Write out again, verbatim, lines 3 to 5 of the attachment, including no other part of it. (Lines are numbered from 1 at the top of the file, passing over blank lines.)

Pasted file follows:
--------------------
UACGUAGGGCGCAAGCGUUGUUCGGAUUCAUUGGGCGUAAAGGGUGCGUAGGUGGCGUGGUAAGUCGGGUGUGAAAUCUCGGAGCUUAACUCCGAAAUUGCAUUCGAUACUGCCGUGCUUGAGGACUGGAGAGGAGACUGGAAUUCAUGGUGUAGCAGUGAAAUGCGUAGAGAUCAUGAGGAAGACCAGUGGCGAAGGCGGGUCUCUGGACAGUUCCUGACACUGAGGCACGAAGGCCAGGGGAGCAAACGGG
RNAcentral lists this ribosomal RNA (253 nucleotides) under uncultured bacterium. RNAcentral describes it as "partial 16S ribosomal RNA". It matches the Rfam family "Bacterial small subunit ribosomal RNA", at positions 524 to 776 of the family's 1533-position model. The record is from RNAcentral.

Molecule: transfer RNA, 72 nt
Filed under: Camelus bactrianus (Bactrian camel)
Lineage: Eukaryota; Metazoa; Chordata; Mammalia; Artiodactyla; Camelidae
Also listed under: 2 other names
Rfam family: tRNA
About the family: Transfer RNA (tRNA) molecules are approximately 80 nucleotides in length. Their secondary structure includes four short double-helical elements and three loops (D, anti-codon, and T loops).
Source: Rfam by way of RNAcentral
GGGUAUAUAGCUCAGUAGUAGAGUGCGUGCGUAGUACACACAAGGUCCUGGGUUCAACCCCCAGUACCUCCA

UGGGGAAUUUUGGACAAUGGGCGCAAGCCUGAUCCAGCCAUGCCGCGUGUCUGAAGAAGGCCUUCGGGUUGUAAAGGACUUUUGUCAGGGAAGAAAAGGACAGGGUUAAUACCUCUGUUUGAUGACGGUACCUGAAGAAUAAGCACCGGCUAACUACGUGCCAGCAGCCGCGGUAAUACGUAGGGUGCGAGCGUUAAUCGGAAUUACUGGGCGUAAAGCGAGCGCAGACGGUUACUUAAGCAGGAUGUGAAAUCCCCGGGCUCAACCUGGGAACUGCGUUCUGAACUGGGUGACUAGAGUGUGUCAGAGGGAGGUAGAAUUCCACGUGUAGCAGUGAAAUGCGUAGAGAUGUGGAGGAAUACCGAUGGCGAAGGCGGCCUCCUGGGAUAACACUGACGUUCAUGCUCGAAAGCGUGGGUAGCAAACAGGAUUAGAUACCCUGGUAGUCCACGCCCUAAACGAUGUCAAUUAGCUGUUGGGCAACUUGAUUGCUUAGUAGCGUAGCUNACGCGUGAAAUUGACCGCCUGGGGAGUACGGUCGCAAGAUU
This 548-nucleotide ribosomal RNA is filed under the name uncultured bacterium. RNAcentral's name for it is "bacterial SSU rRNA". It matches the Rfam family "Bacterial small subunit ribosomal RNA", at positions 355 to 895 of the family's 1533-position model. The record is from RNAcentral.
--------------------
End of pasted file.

Molecule: transfer RNA, 72 nt
Filed under: Camelus bactrianus (Bactrian camel)
Lineage: Eukaryota; Metazoa; Chordata; Mammalia; Artiodactyla; Camelidae